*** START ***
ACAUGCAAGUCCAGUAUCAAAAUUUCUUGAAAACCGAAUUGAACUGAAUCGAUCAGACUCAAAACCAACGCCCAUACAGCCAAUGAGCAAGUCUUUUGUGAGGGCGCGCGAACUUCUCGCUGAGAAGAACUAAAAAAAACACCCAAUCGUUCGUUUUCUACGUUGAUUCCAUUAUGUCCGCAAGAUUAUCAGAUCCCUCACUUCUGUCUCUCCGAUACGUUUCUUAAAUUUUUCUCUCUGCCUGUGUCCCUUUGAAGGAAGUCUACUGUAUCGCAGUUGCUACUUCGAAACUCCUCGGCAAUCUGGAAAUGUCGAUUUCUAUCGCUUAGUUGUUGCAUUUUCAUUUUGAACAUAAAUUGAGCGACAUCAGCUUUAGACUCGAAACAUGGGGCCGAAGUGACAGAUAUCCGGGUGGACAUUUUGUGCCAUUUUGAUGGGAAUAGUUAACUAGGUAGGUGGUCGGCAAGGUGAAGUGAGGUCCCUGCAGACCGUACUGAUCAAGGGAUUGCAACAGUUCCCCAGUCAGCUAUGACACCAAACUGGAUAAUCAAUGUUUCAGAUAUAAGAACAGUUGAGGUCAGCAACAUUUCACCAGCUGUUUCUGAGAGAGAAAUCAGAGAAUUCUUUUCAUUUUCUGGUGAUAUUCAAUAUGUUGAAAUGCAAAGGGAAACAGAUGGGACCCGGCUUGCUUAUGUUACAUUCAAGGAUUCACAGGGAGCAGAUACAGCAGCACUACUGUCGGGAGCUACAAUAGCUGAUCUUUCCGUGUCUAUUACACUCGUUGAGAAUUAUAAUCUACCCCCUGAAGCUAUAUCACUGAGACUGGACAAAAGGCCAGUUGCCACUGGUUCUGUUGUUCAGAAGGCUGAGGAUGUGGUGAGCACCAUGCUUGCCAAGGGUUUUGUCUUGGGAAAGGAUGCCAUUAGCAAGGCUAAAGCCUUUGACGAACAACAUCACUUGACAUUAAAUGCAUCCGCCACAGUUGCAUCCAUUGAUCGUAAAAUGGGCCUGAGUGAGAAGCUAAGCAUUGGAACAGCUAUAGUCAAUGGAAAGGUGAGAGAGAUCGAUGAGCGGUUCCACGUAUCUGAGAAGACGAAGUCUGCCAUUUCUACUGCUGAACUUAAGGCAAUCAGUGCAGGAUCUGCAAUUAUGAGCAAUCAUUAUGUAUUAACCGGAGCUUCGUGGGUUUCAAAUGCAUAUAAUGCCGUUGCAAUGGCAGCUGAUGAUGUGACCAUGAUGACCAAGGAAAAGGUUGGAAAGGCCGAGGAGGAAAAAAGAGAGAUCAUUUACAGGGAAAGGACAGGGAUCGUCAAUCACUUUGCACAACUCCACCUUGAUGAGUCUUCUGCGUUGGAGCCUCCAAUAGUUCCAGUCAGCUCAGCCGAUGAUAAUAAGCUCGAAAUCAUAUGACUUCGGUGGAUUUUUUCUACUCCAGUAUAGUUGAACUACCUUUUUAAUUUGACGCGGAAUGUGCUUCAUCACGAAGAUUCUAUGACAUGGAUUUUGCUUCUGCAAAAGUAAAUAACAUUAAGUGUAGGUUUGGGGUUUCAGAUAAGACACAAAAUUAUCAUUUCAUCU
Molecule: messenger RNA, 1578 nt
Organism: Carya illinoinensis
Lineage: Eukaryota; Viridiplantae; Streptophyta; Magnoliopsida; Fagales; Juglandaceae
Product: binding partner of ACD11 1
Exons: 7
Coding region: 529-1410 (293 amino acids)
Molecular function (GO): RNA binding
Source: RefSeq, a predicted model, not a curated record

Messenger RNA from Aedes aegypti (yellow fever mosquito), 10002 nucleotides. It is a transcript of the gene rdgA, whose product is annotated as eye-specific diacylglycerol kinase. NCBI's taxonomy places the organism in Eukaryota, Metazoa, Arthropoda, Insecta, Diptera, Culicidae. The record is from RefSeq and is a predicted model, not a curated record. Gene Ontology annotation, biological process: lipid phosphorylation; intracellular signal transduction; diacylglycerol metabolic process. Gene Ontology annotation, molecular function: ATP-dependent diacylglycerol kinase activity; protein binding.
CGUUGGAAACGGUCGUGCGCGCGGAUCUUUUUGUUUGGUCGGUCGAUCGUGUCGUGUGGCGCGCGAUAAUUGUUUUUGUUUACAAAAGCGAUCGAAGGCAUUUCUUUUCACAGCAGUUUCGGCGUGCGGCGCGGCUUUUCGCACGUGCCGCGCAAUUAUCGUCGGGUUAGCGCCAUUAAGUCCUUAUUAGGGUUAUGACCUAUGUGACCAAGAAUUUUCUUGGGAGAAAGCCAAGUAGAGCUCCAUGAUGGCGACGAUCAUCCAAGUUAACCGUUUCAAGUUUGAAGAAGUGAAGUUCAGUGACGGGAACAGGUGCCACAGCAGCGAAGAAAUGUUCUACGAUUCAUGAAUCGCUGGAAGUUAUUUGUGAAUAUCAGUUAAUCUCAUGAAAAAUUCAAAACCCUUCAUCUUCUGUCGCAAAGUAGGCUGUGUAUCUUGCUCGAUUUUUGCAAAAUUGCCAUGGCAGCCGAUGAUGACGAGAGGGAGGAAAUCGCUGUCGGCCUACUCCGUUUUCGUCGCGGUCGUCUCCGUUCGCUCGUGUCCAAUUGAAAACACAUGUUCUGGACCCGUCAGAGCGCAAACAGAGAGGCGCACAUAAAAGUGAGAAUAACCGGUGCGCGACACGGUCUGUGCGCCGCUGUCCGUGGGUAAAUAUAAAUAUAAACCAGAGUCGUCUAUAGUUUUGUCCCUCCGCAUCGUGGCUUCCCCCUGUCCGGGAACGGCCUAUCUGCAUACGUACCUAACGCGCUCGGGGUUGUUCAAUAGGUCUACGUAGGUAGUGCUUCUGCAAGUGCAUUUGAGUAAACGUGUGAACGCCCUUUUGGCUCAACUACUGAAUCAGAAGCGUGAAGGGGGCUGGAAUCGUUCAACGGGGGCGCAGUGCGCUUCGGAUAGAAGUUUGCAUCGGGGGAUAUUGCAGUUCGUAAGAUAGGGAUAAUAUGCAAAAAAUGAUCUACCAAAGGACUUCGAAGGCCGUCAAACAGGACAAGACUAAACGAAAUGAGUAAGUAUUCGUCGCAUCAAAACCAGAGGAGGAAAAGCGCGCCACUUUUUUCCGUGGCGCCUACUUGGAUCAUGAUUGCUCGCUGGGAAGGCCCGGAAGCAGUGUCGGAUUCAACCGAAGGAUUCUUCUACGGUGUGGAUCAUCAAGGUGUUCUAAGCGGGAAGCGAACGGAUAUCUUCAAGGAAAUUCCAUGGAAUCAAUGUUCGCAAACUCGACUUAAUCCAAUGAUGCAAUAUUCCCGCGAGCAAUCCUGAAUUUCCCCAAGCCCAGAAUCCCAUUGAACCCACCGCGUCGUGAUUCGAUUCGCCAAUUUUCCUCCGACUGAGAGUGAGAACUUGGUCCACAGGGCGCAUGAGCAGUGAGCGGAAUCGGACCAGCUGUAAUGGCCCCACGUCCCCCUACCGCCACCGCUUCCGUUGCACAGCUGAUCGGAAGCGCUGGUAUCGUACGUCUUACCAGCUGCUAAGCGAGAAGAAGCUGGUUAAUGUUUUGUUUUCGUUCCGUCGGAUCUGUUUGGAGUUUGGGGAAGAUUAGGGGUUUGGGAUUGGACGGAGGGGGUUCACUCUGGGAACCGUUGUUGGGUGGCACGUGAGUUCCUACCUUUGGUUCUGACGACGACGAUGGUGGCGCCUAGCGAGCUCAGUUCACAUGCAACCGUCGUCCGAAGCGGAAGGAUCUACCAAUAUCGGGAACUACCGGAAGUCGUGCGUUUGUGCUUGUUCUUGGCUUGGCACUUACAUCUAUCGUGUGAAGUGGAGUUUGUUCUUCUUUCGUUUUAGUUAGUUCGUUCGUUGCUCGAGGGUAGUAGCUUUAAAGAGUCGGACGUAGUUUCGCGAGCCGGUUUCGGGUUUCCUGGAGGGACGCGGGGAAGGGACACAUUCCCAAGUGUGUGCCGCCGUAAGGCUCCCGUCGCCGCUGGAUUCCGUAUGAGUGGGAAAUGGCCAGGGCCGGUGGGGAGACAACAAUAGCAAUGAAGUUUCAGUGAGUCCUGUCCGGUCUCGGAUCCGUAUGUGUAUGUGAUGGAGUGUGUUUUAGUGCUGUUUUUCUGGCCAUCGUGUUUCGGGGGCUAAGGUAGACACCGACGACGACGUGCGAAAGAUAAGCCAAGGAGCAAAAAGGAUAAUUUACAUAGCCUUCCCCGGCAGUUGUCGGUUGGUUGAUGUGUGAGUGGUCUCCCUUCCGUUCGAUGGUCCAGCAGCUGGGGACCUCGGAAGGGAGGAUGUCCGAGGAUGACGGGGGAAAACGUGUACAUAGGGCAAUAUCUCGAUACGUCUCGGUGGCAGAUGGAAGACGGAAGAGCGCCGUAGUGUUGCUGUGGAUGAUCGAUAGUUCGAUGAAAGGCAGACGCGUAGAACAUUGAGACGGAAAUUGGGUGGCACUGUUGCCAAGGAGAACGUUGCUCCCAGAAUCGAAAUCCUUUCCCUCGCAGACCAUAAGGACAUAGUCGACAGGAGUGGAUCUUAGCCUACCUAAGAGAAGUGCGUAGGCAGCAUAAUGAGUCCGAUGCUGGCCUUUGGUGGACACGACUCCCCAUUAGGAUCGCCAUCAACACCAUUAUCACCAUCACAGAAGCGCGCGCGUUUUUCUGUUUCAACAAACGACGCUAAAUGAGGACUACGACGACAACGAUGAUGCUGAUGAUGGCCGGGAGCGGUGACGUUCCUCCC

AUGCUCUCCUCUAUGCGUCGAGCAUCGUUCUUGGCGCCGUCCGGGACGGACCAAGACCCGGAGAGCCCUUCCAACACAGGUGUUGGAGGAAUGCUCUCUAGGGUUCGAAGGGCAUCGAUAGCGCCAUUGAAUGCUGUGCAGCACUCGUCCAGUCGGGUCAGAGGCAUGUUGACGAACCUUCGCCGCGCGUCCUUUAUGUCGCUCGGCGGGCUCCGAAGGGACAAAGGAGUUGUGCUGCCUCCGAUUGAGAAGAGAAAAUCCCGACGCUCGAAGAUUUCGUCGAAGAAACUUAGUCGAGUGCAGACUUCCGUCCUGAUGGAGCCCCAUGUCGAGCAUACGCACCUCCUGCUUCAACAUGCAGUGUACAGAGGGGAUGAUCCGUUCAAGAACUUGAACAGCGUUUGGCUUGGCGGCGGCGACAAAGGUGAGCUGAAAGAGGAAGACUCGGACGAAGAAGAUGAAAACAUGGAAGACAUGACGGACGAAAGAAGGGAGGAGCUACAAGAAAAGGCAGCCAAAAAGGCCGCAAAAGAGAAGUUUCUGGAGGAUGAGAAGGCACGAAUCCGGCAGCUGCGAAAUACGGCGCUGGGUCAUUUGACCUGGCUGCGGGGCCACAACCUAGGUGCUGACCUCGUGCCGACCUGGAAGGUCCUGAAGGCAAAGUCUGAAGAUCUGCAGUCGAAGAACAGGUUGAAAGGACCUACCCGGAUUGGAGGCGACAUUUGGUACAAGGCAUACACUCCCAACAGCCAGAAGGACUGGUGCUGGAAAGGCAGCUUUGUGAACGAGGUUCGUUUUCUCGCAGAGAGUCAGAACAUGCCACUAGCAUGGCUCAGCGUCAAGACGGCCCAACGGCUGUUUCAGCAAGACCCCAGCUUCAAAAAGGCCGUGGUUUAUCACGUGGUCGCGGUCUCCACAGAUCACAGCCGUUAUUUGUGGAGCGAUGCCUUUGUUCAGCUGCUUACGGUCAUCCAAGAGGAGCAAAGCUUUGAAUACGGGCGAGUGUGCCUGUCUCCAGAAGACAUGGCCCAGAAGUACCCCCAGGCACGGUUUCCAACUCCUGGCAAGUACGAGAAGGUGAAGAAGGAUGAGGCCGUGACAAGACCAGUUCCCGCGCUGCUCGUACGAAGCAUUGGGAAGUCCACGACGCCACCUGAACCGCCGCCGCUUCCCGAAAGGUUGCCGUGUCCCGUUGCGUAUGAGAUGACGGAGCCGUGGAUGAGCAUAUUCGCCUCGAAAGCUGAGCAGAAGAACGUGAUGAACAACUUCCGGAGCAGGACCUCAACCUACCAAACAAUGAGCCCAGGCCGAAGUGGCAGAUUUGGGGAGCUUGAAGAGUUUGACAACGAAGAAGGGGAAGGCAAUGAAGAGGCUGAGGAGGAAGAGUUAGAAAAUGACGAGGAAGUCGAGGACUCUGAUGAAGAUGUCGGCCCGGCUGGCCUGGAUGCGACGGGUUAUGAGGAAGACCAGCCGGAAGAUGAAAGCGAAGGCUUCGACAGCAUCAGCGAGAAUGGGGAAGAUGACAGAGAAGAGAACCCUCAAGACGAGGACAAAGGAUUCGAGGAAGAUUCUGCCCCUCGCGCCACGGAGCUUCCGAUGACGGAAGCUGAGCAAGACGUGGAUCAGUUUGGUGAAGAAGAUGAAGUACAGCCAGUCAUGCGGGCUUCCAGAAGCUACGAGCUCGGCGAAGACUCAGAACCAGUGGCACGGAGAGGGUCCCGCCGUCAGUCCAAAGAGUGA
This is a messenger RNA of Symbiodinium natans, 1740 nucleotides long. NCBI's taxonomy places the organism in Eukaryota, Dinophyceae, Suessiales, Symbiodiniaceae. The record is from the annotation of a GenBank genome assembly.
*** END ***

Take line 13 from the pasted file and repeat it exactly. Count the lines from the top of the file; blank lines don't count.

This is a messenger RNA of Symbiodinium natans, 1740 nucleotides long. NCBI's taxonomy places the organism in Eukaryota, Dinophyceae, Suessiales, Symbiodiniaceae. The record is from the annotation of a GenBank genome assembly.